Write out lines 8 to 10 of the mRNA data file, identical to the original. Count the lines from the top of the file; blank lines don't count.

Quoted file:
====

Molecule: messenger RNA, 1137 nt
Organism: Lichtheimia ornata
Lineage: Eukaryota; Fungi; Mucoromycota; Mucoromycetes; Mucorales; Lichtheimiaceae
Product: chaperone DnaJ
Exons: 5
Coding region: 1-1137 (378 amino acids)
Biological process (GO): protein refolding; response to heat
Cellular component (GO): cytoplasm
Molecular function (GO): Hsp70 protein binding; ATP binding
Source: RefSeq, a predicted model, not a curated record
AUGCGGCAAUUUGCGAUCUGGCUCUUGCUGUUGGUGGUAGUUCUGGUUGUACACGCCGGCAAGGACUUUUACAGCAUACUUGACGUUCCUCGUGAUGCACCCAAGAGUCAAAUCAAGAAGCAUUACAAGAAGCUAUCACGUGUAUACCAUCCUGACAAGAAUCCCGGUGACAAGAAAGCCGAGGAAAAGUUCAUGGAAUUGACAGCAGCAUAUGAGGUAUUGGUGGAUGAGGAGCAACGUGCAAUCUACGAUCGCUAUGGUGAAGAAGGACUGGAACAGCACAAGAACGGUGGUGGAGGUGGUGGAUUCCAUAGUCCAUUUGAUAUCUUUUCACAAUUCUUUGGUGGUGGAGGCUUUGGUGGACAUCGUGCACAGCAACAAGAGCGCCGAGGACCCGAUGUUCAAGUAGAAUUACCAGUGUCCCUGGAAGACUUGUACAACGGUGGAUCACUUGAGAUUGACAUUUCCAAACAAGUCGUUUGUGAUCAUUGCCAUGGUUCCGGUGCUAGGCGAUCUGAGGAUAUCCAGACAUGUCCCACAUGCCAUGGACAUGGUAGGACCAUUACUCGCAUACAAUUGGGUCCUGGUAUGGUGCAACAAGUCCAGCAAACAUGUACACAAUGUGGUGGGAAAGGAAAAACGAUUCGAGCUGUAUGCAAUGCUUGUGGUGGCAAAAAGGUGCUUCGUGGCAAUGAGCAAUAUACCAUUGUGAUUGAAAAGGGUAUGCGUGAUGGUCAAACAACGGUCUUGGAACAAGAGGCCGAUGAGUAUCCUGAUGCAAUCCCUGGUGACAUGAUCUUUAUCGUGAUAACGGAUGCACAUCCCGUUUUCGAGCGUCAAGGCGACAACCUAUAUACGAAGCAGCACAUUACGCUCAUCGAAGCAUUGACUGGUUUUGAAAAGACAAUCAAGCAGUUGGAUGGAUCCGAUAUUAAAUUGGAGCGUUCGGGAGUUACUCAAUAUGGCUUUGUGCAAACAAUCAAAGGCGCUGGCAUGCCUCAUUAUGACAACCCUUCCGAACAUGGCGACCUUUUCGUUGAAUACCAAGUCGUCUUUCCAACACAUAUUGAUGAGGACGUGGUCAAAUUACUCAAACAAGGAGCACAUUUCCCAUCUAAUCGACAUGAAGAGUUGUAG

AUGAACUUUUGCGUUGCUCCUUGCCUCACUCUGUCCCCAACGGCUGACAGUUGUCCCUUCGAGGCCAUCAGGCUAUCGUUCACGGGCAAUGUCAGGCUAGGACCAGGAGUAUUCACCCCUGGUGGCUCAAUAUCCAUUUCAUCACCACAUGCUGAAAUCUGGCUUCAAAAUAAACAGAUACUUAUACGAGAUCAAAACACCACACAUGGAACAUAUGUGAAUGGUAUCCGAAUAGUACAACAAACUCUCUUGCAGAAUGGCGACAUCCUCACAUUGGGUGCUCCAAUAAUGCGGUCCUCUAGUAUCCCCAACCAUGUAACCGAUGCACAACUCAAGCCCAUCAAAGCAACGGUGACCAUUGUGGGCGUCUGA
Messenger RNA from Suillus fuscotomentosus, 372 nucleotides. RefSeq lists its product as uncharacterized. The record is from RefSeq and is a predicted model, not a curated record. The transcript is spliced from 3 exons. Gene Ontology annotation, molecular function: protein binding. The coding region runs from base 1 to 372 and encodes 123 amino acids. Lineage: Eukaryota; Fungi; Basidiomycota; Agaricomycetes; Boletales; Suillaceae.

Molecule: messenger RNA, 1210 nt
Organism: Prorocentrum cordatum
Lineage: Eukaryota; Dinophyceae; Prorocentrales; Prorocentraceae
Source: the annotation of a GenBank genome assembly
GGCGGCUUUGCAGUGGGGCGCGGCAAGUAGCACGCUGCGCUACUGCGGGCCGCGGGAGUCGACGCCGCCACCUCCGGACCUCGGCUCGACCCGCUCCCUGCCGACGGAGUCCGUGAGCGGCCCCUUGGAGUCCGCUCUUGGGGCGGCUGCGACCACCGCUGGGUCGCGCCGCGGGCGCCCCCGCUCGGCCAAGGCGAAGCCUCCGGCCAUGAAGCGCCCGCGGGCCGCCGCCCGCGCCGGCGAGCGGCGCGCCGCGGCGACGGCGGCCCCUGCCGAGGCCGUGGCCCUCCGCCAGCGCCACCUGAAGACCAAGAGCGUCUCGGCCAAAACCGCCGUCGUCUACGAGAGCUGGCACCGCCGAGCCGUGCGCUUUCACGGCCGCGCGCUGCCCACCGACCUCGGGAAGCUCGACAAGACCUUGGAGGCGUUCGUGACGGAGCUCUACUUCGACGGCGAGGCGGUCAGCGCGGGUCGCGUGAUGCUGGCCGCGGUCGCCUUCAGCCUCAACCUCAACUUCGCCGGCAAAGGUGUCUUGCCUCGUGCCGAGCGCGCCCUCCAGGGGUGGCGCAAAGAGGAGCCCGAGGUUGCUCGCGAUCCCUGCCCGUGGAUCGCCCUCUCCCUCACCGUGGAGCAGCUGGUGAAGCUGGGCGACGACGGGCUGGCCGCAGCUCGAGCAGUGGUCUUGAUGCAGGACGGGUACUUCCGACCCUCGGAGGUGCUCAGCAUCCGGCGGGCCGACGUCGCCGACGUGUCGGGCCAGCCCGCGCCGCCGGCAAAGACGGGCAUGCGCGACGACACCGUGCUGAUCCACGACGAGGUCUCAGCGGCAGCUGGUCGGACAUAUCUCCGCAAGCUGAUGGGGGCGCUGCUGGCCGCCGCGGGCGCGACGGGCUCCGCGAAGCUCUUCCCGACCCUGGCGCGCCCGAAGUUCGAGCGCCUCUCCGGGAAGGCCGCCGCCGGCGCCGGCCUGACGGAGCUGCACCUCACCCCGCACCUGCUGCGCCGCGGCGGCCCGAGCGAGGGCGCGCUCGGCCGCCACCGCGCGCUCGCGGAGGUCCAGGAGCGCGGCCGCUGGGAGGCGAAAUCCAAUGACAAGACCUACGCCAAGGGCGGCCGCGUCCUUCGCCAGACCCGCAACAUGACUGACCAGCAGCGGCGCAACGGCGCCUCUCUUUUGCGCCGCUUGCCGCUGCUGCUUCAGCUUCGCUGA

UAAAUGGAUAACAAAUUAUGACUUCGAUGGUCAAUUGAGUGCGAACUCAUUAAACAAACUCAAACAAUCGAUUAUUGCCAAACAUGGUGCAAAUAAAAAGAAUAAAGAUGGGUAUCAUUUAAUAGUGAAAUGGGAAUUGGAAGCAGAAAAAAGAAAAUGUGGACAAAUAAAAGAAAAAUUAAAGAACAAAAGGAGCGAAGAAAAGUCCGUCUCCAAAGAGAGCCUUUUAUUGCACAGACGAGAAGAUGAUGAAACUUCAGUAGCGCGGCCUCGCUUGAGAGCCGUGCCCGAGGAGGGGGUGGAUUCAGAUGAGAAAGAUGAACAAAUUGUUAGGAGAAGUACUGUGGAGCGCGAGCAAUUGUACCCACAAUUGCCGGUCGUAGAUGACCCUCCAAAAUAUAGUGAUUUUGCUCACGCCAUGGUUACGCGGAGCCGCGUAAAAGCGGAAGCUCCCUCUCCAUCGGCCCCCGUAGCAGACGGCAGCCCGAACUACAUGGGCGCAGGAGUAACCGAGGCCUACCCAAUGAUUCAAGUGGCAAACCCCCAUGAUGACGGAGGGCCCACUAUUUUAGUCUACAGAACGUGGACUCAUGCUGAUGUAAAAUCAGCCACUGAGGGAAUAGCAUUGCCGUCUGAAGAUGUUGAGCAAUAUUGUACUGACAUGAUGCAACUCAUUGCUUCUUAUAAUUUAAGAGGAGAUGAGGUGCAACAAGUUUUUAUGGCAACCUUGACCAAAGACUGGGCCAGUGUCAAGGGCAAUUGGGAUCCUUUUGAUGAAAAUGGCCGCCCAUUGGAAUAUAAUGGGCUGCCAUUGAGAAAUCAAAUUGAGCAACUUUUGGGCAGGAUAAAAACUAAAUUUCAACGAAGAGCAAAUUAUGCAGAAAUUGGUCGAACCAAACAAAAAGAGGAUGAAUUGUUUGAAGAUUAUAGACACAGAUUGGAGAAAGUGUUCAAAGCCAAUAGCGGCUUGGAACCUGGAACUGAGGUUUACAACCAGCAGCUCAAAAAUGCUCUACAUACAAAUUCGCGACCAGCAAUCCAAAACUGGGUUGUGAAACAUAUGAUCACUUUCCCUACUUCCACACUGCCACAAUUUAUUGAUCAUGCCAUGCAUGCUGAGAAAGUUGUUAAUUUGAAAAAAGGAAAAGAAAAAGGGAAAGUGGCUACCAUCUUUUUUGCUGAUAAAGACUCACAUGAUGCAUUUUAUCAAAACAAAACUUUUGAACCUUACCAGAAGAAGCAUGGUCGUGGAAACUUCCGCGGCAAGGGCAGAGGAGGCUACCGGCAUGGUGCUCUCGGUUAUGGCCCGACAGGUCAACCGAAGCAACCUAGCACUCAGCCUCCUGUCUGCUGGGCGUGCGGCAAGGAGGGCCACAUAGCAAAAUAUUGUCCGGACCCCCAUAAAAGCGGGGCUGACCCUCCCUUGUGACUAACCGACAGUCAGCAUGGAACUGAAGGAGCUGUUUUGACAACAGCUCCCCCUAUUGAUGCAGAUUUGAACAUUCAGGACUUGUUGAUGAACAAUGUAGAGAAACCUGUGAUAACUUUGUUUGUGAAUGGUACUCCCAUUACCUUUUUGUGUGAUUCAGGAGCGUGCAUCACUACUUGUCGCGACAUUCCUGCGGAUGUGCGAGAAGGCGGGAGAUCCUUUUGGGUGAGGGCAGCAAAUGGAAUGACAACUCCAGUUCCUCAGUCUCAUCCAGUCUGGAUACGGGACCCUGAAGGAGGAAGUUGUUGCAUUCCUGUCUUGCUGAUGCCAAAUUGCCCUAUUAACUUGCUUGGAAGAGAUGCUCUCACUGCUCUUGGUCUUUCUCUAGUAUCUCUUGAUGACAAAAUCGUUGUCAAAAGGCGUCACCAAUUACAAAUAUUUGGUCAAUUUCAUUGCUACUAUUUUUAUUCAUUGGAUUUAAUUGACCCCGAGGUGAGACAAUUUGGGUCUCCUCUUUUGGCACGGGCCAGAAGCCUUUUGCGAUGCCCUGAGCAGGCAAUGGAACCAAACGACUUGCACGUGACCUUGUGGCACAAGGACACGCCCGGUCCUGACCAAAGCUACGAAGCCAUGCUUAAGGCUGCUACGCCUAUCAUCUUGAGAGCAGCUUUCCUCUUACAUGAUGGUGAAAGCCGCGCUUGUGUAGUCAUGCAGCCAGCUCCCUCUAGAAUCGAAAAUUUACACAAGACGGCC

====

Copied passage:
Cellular component (GO): cytoplasm
Molecular function (GO): Hsp70 protein binding; ATP binding
Source: RefSeq, a predicted model, not a curated record